When I resigned from the safety net of a full-time editing job in March of 2010, I had nothing lined up. Nothing! Various people told me I was being irresponsible, rash, crazy. An equally-as-insane few applauded my bravery, saying they wished they had the gall to do what I did. Me? I was terrified (still am), but I did it anyway. Why? Because I want my life and writing to actually make a difference. Yes, I know it’s ridiculously cliché, but it’s no less true.
I am an educator. I’ve known that for some time but it was while teaching a sixth grade class as a Sing for Hope Teaching Artist that I had that “AHA” moment—where time stopped for an instant, the universe leaned in, and I knew then and there that teaching is my calling (or as Paulo Coehlo calls it: my “personal legend).
I was in the middle of an Art U! lesson on poetry wherein I demonstrated that song lyrics are poetry set to music. I shared various lyrics and asked the students to share others they knew. I then had them analyze the verses and explain what they thought the artist(s)/band was trying to say. One usually quiet student raised her hand and asked if she could read a few lines of her own poetry. I enthusiastically responded yes. She went on to read a poem about the weight of being a female of color in the hip-hop era where hyper-sexuality is applauded and she couldn’t walk down the street without feeling like a slab of beef on display in a meat market (carniceria is what she called it). I watched in awe as a usually timid girl took back her power via the written word.
At that instant, with tears in my eyes, I knew there is nowhere else I want to be and nothing else I want to do but educate young people to empower themselves through the arts.
Vanessa Martir made the bold decision of quitting the safety net of full-time work to live her dream of writing, educating and performing. She has penned two novels, and numerous short stories and poems. Most recently, Vanessa co-wrote Do Something!: A Handbook for Young Activists, an interactive guide to social responsibility and community action for 9-12 year olds. She has worked as a teaching artist for numerous organizations, including the Association for Hispanic Arts (AHA) and KIPP for College. Vanessa is also a public speaker who regularly speaks at conferences and on panels at universities across the country, including Cornell University, Columbia University (her alma mater) and NYU. She is currently working on the first of a pentagonía of memoirs, a one woman show and an anthology. Vanessa, also known as La Loba in the NYC literary scene, hosts and emcees a monthly themed poetry series dubbed La Loba Poetry.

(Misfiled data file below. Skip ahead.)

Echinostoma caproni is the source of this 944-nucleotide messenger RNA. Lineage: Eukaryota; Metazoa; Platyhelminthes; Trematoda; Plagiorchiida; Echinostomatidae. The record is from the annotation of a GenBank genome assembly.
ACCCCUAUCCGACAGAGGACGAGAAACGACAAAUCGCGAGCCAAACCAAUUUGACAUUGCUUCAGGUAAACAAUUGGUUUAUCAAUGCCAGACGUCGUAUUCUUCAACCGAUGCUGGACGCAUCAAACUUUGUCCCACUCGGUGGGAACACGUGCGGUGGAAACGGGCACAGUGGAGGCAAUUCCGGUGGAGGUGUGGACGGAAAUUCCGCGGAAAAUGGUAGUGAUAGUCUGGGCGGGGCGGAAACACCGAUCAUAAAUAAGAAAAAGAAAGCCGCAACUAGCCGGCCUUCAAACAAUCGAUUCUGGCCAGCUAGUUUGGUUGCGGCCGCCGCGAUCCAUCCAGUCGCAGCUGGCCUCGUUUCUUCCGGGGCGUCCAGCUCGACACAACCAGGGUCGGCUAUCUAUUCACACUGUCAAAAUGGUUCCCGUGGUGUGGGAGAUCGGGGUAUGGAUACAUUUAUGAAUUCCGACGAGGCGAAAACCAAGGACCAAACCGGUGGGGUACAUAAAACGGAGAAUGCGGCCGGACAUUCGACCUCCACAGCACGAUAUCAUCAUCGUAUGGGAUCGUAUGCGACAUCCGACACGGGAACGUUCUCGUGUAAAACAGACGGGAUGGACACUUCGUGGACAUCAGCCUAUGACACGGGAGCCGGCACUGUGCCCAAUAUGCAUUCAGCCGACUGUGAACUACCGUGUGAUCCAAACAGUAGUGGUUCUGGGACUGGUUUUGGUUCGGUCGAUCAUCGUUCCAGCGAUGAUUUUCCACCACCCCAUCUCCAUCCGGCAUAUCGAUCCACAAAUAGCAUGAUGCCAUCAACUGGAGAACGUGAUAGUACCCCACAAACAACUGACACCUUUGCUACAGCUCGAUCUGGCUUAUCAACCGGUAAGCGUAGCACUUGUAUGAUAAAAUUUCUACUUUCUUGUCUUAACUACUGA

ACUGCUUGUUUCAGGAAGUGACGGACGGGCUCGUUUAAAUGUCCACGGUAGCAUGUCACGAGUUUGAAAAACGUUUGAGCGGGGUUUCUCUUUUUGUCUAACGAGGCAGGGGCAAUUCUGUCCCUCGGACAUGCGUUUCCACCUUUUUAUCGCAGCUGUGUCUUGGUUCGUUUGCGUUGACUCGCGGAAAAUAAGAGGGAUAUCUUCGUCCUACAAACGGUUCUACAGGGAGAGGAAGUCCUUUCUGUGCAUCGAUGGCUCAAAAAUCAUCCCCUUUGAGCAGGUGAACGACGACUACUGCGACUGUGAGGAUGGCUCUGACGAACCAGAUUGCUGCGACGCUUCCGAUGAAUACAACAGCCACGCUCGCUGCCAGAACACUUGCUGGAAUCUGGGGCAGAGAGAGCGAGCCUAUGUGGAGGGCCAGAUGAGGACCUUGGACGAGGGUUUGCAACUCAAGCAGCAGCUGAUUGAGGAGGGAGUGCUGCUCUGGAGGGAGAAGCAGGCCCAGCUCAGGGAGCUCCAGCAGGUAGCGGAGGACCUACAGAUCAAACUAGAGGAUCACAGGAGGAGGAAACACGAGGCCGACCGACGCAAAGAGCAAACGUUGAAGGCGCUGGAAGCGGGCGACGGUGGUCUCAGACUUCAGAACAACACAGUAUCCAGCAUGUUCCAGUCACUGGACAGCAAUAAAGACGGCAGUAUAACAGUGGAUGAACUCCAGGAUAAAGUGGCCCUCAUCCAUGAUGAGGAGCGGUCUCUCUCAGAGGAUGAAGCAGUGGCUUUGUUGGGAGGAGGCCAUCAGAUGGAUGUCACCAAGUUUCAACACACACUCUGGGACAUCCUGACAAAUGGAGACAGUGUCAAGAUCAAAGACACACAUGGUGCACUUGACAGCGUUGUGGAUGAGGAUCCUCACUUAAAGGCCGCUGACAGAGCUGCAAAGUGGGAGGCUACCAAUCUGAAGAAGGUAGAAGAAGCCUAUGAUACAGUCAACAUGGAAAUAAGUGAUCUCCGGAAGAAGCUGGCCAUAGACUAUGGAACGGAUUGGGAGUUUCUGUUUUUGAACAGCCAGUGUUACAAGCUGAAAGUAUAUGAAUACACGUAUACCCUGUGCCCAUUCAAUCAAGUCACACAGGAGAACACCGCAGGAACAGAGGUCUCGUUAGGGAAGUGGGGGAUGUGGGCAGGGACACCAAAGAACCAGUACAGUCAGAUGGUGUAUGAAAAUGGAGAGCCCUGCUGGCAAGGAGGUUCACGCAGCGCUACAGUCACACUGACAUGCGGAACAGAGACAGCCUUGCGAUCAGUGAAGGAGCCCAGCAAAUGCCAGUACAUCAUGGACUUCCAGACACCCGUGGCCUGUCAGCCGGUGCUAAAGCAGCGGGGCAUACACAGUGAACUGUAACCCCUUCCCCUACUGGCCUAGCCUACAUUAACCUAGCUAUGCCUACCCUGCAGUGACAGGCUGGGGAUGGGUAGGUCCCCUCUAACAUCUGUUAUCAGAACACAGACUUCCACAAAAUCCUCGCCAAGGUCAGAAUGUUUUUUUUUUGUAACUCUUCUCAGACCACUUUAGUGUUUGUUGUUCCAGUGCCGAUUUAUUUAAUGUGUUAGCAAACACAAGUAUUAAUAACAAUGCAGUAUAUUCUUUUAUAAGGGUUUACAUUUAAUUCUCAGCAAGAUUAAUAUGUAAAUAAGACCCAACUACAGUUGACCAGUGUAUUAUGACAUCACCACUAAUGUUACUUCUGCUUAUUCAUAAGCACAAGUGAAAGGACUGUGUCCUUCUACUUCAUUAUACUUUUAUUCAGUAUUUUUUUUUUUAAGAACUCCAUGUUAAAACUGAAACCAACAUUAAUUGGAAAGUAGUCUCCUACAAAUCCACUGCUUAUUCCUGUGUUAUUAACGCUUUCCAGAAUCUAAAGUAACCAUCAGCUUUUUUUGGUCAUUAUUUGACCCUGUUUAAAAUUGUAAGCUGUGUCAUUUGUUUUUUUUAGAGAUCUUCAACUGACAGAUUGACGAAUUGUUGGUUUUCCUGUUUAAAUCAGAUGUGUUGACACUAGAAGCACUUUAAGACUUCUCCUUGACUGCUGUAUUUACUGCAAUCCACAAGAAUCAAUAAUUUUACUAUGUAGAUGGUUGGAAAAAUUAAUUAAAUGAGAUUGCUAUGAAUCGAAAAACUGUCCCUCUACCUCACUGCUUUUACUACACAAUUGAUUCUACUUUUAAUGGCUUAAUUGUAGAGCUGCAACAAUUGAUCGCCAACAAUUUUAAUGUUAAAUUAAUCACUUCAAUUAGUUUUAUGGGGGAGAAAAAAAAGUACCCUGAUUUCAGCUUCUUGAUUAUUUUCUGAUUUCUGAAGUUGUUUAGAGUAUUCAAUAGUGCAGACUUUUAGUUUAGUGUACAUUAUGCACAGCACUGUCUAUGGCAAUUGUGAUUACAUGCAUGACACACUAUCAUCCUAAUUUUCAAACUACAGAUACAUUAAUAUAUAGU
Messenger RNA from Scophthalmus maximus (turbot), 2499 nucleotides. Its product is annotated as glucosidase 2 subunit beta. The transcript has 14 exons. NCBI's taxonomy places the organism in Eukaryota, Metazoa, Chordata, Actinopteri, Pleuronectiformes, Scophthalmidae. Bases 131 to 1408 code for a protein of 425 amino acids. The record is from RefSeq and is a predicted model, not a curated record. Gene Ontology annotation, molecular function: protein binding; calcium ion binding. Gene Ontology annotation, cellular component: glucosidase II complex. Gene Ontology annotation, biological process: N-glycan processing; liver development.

About Sing for Hope’s Art U! Youth Outreach Program
Sing for Hope’s Art U! program exposes under-resourced students to five distinct art forms (visual, written word, music, drama, and dance) and investigates how each of those artistic disciplines can be a catalyst for social change. Classes with resident Teaching Artists are complemented by visits with guest Volunteer Artists in an exploration of art’s power to transform lives and communities.
To learn more about Art U! and our wonderful Teaching Artists including Vanessa, click here.
To read more PROFILES IN ARTS ACTIVISM, click here.